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Opposition presents plans for economic policy

Parties of the united opposition presented their ideas concerning a possible introduction of the euro, taxes, inflation, job creation and budget management at a roundtable organised by the Civitas Institute on Thursday.

Parbeszed MP Tamas Mellar said the opposition’s plans to introduce the European single currency were “very good”, but added that the programme would take at least five years to complete. Hungary could not at present meet the Maastricht criteria for the introduction of the euro, but aspirants are expected to present a “credible programme” outlining a schedule, he said. Mellar insisted that the current policy of currency devaluation could not be maintained and suggested that the exchange rate of the forint should be kept within “a very narrow” band.

Democratic Coalition MP Laszlo Varju added that “there has been no political will” to join the euro zone in the past ten years despite “there being opportunities”.

LMP’s Antal Csardi called for a progressive personal income tax to replace the single bracket system, adding that minimum wages should be exempted from tax.

Participants in the roundtable also agreed that the VAT system should be changed, and said it was “not without precedent” in Europe to have multiple VAT brackets. Daniel Z. Karpat of Jobbik said Hungary had the highest VAT rate in Europe on products for children.

Zoltan Vajda, representing the Socialist Party and the Everybody’s Hungary Movement, said the central bank’s policies were “irresponsible”, and criticised the bank’s purchases of government securities as well as the fact that it runs foundations. He insisted that the central bank’s continual base rate hikes were ineffective and had failed to strengthen the national currency.

Marton Ilyes of the Momentum party said that a labour shortage in the country was the result of increasing emigration, especially when it came to the health, construction, and farming sectors. He criticised the government for “wasting exorbitant funds” on “attracting companies to Hungary offering similar types of jobs” rather than making efforts to create increasingly higher quality jobs.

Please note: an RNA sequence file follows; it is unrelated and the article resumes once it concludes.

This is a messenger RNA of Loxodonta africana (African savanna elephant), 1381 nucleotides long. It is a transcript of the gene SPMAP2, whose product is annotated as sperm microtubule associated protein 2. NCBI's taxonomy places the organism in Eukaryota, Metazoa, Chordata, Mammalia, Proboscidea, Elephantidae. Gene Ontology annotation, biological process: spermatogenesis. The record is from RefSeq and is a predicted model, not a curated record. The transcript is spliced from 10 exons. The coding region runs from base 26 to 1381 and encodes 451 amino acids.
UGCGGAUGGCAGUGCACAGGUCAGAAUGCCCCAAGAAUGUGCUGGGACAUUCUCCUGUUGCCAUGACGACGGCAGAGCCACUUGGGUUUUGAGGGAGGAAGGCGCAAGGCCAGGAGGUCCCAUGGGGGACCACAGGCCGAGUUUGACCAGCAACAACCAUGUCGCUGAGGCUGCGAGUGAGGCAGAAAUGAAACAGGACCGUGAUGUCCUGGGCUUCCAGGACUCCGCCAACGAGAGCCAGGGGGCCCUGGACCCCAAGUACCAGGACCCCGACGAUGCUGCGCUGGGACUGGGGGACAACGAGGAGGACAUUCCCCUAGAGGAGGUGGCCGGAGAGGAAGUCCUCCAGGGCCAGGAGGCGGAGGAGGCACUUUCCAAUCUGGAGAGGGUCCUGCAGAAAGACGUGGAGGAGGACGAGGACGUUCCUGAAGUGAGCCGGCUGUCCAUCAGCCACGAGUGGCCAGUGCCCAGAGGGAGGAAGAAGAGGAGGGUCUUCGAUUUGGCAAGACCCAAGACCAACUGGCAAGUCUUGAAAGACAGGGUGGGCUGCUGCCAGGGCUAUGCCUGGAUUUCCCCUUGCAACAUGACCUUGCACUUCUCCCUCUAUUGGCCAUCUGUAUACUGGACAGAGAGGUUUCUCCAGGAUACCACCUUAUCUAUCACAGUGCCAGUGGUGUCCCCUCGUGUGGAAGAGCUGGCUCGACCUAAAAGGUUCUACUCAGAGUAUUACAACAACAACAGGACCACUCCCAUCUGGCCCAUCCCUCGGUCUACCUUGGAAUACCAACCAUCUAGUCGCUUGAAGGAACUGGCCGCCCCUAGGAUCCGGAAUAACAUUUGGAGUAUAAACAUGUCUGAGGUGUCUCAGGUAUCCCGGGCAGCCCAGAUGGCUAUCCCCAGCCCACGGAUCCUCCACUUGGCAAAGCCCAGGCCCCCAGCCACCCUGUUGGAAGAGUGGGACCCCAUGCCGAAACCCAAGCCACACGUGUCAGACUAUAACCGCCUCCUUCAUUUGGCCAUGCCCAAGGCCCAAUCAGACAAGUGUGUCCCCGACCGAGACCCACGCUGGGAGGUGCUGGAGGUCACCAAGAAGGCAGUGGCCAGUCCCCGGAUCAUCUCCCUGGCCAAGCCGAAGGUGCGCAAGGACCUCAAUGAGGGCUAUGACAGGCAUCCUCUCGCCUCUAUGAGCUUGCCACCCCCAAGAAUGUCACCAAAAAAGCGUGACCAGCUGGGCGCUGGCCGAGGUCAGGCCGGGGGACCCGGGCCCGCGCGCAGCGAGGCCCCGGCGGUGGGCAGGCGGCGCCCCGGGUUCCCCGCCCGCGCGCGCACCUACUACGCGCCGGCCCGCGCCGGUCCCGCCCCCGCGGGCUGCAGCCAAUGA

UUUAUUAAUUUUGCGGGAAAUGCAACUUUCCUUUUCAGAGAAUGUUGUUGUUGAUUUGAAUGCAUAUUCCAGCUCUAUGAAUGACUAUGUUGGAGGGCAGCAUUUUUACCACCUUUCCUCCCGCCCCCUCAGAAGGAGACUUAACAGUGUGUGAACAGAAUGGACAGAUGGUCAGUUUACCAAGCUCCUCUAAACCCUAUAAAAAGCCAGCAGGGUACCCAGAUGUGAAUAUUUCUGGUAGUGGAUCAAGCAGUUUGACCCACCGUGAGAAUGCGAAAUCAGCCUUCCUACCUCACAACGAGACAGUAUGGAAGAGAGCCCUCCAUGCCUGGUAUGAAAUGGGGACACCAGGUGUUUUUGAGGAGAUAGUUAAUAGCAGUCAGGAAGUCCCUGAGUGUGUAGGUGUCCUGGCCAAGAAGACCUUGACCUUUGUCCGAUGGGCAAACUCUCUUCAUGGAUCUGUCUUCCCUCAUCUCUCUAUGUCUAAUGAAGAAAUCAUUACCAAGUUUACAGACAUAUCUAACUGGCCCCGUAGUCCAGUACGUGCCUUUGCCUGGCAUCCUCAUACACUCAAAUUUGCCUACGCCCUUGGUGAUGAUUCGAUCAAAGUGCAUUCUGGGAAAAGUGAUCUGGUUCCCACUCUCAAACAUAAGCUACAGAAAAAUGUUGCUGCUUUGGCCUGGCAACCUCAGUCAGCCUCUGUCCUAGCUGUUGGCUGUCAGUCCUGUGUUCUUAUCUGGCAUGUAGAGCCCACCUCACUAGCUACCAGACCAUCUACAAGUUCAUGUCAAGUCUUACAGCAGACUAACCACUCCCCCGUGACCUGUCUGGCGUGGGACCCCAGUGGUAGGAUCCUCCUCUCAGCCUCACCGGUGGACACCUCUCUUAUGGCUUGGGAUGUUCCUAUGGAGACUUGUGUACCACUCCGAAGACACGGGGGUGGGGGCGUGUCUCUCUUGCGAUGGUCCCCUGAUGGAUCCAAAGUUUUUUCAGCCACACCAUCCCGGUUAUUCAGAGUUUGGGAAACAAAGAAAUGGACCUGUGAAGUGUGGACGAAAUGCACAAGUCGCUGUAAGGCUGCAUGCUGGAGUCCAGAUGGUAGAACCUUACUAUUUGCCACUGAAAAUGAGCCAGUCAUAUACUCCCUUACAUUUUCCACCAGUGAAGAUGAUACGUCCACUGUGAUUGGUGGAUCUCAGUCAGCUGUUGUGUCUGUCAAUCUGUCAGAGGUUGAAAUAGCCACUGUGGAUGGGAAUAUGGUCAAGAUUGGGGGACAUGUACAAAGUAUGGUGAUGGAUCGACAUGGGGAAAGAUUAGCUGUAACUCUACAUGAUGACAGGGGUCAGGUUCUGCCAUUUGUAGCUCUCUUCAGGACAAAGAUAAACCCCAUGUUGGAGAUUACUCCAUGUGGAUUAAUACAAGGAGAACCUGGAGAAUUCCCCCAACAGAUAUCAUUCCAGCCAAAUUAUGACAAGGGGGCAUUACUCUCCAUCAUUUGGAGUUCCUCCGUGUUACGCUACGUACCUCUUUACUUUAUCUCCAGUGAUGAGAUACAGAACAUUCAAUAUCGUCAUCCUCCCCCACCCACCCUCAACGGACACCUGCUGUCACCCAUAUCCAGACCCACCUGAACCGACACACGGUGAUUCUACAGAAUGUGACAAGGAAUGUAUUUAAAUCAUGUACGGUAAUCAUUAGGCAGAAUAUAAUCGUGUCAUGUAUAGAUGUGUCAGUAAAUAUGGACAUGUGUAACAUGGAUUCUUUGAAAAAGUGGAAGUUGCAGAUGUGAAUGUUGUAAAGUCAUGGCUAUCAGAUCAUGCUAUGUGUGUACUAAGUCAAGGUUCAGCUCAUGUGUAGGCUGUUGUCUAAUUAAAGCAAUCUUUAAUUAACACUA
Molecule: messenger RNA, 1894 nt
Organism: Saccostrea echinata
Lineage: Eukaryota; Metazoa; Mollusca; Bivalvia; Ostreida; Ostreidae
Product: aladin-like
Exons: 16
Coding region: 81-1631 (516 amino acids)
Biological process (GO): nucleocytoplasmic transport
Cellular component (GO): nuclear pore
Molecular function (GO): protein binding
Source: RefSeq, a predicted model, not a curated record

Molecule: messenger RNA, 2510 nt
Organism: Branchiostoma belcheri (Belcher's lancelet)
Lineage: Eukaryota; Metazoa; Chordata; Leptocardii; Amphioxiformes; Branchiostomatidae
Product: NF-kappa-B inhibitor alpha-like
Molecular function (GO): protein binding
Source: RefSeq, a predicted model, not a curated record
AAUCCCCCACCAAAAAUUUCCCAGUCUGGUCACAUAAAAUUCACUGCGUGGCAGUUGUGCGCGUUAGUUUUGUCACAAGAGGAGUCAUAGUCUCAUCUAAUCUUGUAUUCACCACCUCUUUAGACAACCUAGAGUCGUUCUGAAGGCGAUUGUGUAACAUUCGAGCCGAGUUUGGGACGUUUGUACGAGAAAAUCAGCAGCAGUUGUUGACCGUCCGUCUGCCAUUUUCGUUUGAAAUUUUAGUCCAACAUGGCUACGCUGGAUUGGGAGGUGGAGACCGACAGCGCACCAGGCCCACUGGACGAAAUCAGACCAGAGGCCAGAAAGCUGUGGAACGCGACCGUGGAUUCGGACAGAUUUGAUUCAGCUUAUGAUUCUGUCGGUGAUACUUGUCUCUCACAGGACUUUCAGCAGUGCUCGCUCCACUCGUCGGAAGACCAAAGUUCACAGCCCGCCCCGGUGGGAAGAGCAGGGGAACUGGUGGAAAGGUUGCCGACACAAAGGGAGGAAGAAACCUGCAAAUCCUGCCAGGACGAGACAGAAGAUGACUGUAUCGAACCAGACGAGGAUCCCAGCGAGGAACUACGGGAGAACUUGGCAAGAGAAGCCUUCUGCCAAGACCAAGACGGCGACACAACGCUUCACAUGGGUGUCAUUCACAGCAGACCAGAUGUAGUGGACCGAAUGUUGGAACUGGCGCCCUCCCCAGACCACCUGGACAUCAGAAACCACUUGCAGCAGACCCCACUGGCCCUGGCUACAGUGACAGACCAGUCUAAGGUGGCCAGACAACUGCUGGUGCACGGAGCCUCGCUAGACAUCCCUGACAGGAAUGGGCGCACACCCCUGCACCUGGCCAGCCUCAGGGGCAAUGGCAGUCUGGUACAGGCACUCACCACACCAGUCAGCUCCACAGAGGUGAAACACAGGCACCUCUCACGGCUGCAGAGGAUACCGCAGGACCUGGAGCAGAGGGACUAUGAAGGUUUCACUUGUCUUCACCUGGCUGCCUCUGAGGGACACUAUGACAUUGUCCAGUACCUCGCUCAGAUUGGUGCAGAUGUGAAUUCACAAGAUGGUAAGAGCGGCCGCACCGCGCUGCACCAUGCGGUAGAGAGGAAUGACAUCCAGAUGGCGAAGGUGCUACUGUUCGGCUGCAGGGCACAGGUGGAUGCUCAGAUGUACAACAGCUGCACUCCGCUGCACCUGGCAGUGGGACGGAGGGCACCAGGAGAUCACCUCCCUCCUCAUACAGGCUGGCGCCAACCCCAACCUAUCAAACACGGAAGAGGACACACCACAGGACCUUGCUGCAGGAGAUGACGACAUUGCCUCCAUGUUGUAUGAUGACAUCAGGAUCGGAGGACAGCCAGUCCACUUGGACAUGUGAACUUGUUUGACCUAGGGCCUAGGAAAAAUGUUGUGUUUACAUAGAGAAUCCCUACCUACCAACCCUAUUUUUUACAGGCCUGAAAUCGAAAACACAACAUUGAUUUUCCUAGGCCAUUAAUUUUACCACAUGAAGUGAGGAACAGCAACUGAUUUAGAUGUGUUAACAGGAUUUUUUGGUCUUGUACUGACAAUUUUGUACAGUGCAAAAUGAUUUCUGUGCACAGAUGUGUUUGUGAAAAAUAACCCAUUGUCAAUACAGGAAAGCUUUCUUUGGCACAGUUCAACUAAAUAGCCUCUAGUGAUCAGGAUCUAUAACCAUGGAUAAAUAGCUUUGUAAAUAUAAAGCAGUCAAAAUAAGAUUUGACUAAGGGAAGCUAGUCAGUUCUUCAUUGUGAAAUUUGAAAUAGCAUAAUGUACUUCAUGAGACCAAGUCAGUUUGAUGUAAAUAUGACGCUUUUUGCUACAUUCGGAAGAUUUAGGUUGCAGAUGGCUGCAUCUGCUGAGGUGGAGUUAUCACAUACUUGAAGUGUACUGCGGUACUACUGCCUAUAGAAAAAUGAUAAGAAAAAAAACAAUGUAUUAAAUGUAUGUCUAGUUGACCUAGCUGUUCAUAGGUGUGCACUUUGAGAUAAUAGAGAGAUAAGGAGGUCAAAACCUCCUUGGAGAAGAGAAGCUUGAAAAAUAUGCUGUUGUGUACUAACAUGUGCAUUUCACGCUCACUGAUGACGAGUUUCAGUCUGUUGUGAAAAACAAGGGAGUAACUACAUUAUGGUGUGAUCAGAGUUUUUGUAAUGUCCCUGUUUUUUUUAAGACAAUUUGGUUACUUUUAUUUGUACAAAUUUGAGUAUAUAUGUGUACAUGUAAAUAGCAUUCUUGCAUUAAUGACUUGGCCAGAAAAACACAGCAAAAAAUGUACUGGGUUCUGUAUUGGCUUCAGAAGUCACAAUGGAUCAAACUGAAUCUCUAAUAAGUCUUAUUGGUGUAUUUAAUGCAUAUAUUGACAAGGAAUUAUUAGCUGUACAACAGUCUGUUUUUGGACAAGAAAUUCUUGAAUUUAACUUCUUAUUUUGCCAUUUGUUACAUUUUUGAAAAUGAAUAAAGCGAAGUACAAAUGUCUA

Meanwhile, Varju called the 2022 budget “impracticable” and called for a new one. He insisted that transparency of the budget was a pillar of the rule of law. He also called for health services to be made free of charge.

Ruling Fidesz said in response that former prime ministers Ferenc Gyurcsany and Gordon Bajnai, “the same people who already destroyed the country once and ran it according to the financial interests of foreign speculators”, were still in charge of Hungarian left-wing economic policy.

“Under successive left-wing governments, Hungary gave up its economic and financial sovereignty, allowed multinationals and speculators to make out-sized profits at the expense of the Hungarian people and Hungarian businesses, created mass unemployment, and heavily taxed the economy and wages.”

Fidesz added the left wing and its prime ministerial candidate were planning to impose on Hungary the same ill-fated economic policy it had already pursued while winding up the current tax regime “which ensures Hungarian businesses the lowest tax in Europe and Hungarian workers the third lowest”, it added.

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